Adam Rickitt

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Adam Rickitt
Cardiff Mardi Gras 2010 MMB 27 Adam Rickitt.jpg
Rickitt performing in 2010
Adam Peter Rickitt

(1978-05-29) 29 May 1978 (age 41)
Crewe, England
  • Actor
  • singer
  • model
Years active1997–present
Katy Fawcett (m. 2014)

Adam Peter Rickitt (born 29 May 1978) is an English actor, singer and model. He portrayed the role Nick Tilsley in the ITV soap opera Coronation Street from 1997 to 1999, and again from 2002 to 2004. He then joined the pop group 5th Story, set up for The Big Reunion, before joining the Channel 4 soap Hollyoaks in 2017.

He married Good Morning Britain presenter Katy Fawcett in 2014.

Early life[edit]

Rickitt was born in Crewe, the youngest of four brothers. His father is co-owner of an estate agency. Rickitt was educated at Sedbergh School, a boarding school in Cumbria.[1]

Rickitt has spoken publicly about suffering from bulimia in his teenage years and about how male sufferers have largely been neglected.[2]



Prior to his acting career, Rickitt was briefly a child model. He subsequently modelled for magazines including Attitude and Cosmopolitan.


Rickitt is rose to fame for his role on the ITV soap opera Coronation Street, where he took over the role of Nick Tilsley in 1997. The part had been played by Warren Jackson until 1996, when the character moved to Canada.

Rickitt left the series in 1999, returning briefly in 2002 and for a longer spell from 2003 to 2004. His most famous and controversial storyline was in 2003, when his character was involved in the series' first gay kiss with Todd Grimshaw (played by Bruno Langley).

In March 2006, Rickitt took part in the Channel 4 reality series The Games. He took part as a replacement, after the scheduled contestant, Goldie, had to pull out, following an accident. Rickitt himself sustained two black eyes after over-rotating off the diving board.[3] He finished last in the contest.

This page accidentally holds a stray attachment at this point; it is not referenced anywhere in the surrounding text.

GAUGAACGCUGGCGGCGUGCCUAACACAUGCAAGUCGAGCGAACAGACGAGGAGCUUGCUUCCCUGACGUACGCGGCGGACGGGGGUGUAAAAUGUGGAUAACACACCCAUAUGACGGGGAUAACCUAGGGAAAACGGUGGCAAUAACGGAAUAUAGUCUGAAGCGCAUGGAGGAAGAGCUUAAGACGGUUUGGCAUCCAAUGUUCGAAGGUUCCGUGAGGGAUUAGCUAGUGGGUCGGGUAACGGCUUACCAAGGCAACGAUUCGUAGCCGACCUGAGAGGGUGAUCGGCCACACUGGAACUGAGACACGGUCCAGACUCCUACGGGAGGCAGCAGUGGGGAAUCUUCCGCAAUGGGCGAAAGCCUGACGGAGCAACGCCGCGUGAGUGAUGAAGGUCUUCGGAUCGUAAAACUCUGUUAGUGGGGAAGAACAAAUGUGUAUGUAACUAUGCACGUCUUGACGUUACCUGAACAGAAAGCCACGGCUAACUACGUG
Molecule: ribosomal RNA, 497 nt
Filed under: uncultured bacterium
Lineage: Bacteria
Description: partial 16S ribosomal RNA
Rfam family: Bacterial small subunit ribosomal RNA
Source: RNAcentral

Rickitt joined the cast of Shortland Street in early 2007, portraying the role of Kieran Mitchell, with his first appearance being shown on 16 March 2007. The character was written out of the series in 2010, with Rickitt's final episode airing on 2 August 2010. He had said that he preferred his role on Shortland Street to working on Coronation Street.[4]

As of 2017, Rickitt appears in the Channel 4 soap opera Hollyoaks, playing regular character Kyle Kelly.

Music career[edit]

Rickitt left Coronation Street in 1999 to start a music career. He signed a six-album deal with Polydor, although he only released one album - Good Times - in 1999. Rickitt's first single, "I Breathe Again", reached number five in the UK and was certified Silver by BPI. The album peaked at number 41 on the UK Albums Chart.[5] Rickitt was then dropped by his record label. In 1999, at a performance at The Prince's Trust Party in the Park, a member of the audience sprayed gas onto the stage when Rickitt was performing. Rickitt fainted after inhaling the substance and was taken to hospital.[6]

In 2010 Rickitt made an appearance at London's G-A-Y club and announced that he was working on a new album. The first single from it, "Tonight", failed to chart and the album wasn't released.

In 2014, he became part of the supergroup 5th Story, who took part in the second series of The Big Reunion along with Kenzie from Blazin' Squad, Dane Bowers from Another Level, Kavana and Gareth Gates.

Stage work[edit]

Rickitt starred as Mark Cohen in the 2001 UK tour of Rent, before moving to London's West End. He made a return to the London stage to star in Bill Kenwright's production of Office Games, followed by a new play, Final Judgement, and also appeared in Nick Moran's play Telstar on UK tour in 2005. In December 2006, Rickitt appeared in his first pantomime, Cinderella, in the role of Prince Charming at the Norwich Theatre Royal.[7]